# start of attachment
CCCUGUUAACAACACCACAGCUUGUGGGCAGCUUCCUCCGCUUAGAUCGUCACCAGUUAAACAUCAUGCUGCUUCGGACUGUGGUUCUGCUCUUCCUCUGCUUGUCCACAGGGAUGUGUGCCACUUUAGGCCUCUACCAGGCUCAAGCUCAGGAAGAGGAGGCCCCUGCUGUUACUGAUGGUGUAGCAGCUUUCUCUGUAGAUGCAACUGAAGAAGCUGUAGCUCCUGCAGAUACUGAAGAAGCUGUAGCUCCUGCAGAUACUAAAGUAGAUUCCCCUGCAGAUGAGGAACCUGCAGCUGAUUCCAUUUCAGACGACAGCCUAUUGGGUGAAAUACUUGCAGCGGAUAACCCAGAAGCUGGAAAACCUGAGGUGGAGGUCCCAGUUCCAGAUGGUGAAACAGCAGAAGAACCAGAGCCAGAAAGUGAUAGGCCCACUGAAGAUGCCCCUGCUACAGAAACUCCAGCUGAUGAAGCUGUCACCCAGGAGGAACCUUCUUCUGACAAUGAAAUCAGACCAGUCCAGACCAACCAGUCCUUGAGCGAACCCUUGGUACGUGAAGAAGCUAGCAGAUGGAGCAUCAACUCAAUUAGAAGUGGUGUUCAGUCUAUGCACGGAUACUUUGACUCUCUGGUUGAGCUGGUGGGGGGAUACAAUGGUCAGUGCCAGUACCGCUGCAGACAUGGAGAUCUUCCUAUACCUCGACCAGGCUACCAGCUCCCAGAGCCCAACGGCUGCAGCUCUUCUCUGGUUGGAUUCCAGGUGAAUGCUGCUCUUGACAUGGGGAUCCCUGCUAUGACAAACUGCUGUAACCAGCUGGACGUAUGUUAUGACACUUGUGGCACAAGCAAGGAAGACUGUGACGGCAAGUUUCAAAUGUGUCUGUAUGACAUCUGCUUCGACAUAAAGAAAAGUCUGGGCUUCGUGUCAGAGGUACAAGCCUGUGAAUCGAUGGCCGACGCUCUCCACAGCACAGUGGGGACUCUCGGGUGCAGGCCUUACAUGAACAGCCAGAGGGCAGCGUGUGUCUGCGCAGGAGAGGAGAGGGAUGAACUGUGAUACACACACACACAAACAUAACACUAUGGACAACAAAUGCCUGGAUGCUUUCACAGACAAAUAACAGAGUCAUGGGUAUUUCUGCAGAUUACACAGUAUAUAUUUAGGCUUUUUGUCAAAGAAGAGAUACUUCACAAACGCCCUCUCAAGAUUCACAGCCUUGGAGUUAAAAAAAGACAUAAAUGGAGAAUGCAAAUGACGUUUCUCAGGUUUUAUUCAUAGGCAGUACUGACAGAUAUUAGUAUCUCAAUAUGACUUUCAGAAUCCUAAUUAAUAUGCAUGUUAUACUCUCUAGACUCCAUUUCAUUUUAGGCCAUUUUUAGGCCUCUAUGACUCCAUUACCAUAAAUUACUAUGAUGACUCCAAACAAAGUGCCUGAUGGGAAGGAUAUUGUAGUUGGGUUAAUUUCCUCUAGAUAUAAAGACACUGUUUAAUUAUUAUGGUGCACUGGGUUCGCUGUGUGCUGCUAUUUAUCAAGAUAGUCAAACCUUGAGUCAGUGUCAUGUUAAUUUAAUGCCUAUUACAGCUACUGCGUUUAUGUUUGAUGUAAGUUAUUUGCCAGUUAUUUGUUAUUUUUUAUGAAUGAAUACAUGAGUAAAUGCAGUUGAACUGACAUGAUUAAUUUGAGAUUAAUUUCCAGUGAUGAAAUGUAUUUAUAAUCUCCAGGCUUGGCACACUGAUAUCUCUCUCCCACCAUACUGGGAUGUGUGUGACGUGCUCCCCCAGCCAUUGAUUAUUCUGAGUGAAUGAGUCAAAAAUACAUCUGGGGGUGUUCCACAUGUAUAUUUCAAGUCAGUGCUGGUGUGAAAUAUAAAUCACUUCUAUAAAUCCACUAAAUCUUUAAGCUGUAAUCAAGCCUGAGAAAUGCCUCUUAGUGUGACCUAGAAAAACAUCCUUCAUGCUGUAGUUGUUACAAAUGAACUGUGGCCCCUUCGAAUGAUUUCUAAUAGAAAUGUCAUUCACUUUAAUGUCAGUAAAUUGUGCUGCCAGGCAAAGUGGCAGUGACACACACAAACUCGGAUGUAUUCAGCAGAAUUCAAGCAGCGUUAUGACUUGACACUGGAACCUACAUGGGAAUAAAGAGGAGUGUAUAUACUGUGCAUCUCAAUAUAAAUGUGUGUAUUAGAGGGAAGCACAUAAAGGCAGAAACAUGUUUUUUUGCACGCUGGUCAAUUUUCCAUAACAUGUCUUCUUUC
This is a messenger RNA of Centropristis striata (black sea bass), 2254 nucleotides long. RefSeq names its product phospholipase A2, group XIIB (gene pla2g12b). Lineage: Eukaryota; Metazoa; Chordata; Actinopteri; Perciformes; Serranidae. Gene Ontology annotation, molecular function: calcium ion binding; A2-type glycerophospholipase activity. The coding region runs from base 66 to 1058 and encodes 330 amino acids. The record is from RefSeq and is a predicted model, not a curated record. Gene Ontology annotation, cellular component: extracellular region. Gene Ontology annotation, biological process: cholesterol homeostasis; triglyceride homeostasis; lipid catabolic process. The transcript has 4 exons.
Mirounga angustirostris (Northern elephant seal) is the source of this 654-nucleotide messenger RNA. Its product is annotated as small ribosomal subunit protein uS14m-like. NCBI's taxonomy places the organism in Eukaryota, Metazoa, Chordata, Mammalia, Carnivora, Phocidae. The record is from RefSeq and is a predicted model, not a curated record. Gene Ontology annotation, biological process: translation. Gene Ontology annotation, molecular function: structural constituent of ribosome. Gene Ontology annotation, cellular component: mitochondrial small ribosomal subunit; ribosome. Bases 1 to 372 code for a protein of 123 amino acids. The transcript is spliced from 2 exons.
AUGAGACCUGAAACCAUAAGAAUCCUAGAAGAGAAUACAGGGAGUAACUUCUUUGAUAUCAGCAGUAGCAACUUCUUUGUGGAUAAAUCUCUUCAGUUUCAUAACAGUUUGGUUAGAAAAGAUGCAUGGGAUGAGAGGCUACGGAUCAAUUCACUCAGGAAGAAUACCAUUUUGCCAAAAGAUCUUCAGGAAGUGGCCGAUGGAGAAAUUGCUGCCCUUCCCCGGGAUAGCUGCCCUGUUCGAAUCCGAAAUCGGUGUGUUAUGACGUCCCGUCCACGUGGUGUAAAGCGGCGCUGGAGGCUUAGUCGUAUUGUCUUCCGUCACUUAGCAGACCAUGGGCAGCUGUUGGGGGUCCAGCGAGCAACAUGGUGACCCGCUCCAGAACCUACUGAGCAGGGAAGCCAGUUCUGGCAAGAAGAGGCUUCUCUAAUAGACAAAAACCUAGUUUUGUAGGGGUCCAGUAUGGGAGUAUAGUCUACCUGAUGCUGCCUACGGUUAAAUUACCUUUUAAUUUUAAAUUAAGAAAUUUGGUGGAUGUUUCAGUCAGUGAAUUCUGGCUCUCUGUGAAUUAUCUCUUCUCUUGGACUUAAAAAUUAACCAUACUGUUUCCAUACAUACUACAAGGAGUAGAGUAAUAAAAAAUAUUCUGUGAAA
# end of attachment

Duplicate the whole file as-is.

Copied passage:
CCCUGUUAACAACACCACAGCUUGUGGGCAGCUUCCUCCGCUUAGAUCGUCACCAGUUAAACAUCAUGCUGCUUCGGACUGUGGUUCUGCUCUUCCUCUGCUUGUCCACAGGGAUGUGUGCCACUUUAGGCCUCUACCAGGCUCAAGCUCAGGAAGAGGAGGCCCCUGCUGUUACUGAUGGUGUAGCAGCUUUCUCUGUAGAUGCAACUGAAGAAGCUGUAGCUCCUGCAGAUACUGAAGAAGCUGUAGCUCCUGCAGAUACUAAAGUAGAUUCCCCUGCAGAUGAGGAACCUGCAGCUGAUUCCAUUUCAGACGACAGCCUAUUGGGUGAAAUACUUGCAGCGGAUAACCCAGAAGCUGGAAAACCUGAGGUGGAGGUCCCAGUUCCAGAUGGUGAAACAGCAGAAGAACCAGAGCCAGAAAGUGAUAGGCCCACUGAAGAUGCCCCUGCUACAGAAACUCCAGCUGAUGAAGCUGUCACCCAGGAGGAACCUUCUUCUGACAAUGAAAUCAGACCAGUCCAGACCAACCAGUCCUUGAGCGAACCCUUGGUACGUGAAGAAGCUAGCAGAUGGAGCAUCAACUCAAUUAGAAGUGGUGUUCAGUCUAUGCACGGAUACUUUGACUCUCUGGUUGAGCUGGUGGGGGGAUACAAUGGUCAGUGCCAGUACCGCUGCAGACAUGGAGAUCUUCCUAUACCUCGACCAGGCUACCAGCUCCCAGAGCCCAACGGCUGCAGCUCUUCUCUGGUUGGAUUCCAGGUGAAUGCUGCUCUUGACAUGGGGAUCCCUGCUAUGACAAACUGCUGUAACCAGCUGGACGUAUGUUAUGACACUUGUGGCACAAGCAAGGAAGACUGUGACGGCAAGUUUCAAAUGUGUCUGUAUGACAUCUGCUUCGACAUAAAGAAAAGUCUGGGCUUCGUGUCAGAGGUACAAGCCUGUGAAUCGAUGGCCGACGCUCUCCACAGCACAGUGGGGACUCUCGGGUGCAGGCCUUACAUGAACAGCCAGAGGGCAGCGUGUGUCUGCGCAGGAGAGGAGAGGGAUGAACUGUGAUACACACACACACAAACAUAACACUAUGGACAACAAAUGCCUGGAUGCUUUCACAGACAAAUAACAGAGUCAUGGGUAUUUCUGCAGAUUACACAGUAUAUAUUUAGGCUUUUUGUCAAAGAAGAGAUACUUCACAAACGCCCUCUCAAGAUUCACAGCCUUGGAGUUAAAAAAAGACAUAAAUGGAGAAUGCAAAUGACGUUUCUCAGGUUUUAUUCAUAGGCAGUACUGACAGAUAUUAGUAUCUCAAUAUGACUUUCAGAAUCCUAAUUAAUAUGCAUGUUAUACUCUCUAGACUCCAUUUCAUUUUAGGCCAUUUUUAGGCCUCUAUGACUCCAUUACCAUAAAUUACUAUGAUGACUCCAAACAAAGUGCCUGAUGGGAAGGAUAUUGUAGUUGGGUUAAUUUCCUCUAGAUAUAAAGACACUGUUUAAUUAUUAUGGUGCACUGGGUUCGCUGUGUGCUGCUAUUUAUCAAGAUAGUCAAACCUUGAGUCAGUGUCAUGUUAAUUUAAUGCCUAUUACAGCUACUGCGUUUAUGUUUGAUGUAAGUUAUUUGCCAGUUAUUUGUUAUUUUUUAUGAAUGAAUACAUGAGUAAAUGCAGUUGAACUGACAUGAUUAAUUUGAGAUUAAUUUCCAGUGAUGAAAUGUAUUUAUAAUCUCCAGGCUUGGCACACUGAUAUCUCUCUCCCACCAUACUGGGAUGUGUGUGACGUGCUCCCCCAGCCAUUGAUUAUUCUGAGUGAAUGAGUCAAAAAUACAUCUGGGGGUGUUCCACAUGUAUAUUUCAAGUCAGUGCUGGUGUGAAAUAUAAAUCACUUCUAUAAAUCCACUAAAUCUUUAAGCUGUAAUCAAGCCUGAGAAAUGCCUCUUAGUGUGACCUAGAAAAACAUCCUUCAUGCUGUAGUUGUUACAAAUGAACUGUGGCCCCUUCGAAUGAUUUCUAAUAGAAAUGUCAUUCACUUUAAUGUCAGUAAAUUGUGCUGCCAGGCAAAGUGGCAGUGACACACACAAACUCGGAUGUAUUCAGCAGAAUUCAAGCAGCGUUAUGACUUGACACUGGAACCUACAUGGGAAUAAAGAGGAGUGUAUAUACUGUGCAUCUCAAUAUAAAUGUGUGUAUUAGAGGGAAGCACAUAAAGGCAGAAACAUGUUUUUUUGCACGCUGGUCAAUUUUCCAUAACAUGUCUUCUUUC
This is a messenger RNA of Centropristis striata (black sea bass), 2254 nucleotides long. RefSeq names its product phospholipase A2, group XIIB (gene pla2g12b). Lineage: Eukaryota; Metazoa; Chordata; Actinopteri; Perciformes; Serranidae. Gene Ontology annotation, molecular function: calcium ion binding; A2-type glycerophospholipase activity. The coding region runs from base 66 to 1058 and encodes 330 amino acids. The record is from RefSeq and is a predicted model, not a curated record. Gene Ontology annotation, cellular component: extracellular region. Gene Ontology annotation, biological process: cholesterol homeostasis; triglyceride homeostasis; lipid catabolic process. The transcript has 4 exons.
Mirounga angustirostris (Northern elephant seal) is the source of this 654-nucleotide messenger RNA. Its product is annotated as small ribosomal subunit protein uS14m-like. NCBI's taxonomy places the organism in Eukaryota, Metazoa, Chordata, Mammalia, Carnivora, Phocidae. The record is from RefSeq and is a predicted model, not a curated record. Gene Ontology annotation, biological process: translation. Gene Ontology annotation, molecular function: structural constituent of ribosome. Gene Ontology annotation, cellular component: mitochondrial small ribosomal subunit; ribosome. Bases 1 to 372 code for a protein of 123 amino acids. The transcript is spliced from 2 exons.
AUGAGACCUGAAACCAUAAGAAUCCUAGAAGAGAAUACAGGGAGUAACUUCUUUGAUAUCAGCAGUAGCAACUUCUUUGUGGAUAAAUCUCUUCAGUUUCAUAACAGUUUGGUUAGAAAAGAUGCAUGGGAUGAGAGGCUACGGAUCAAUUCACUCAGGAAGAAUACCAUUUUGCCAAAAGAUCUUCAGGAAGUGGCCGAUGGAGAAAUUGCUGCCCUUCCCCGGGAUAGCUGCCCUGUUCGAAUCCGAAAUCGGUGUGUUAUGACGUCCCGUCCACGUGGUGUAAAGCGGCGCUGGAGGCUUAGUCGUAUUGUCUUCCGUCACUUAGCAGACCAUGGGCAGCUGUUGGGGGUCCAGCGAGCAACAUGGUGACCCGCUCCAGAACCUACUGAGCAGGGAAGCCAGUUCUGGCAAGAAGAGGCUUCUCUAAUAGACAAAAACCUAGUUUUGUAGGGGUCCAGUAUGGGAGUAUAGUCUACCUGAUGCUGCCUACGGUUAAAUUACCUUUUAAUUUUAAAUUAAGAAAUUUGGUGGAUGUUUCAGUCAGUGAAUUCUGGCUCUCUGUGAAUUAUCUCUUCUCUUGGACUUAAAAAUUAACCAUACUGUUUCCAUACAUACUACAAGGAGUAGAGUAAUAAAAAAUAUUCUGUGAAA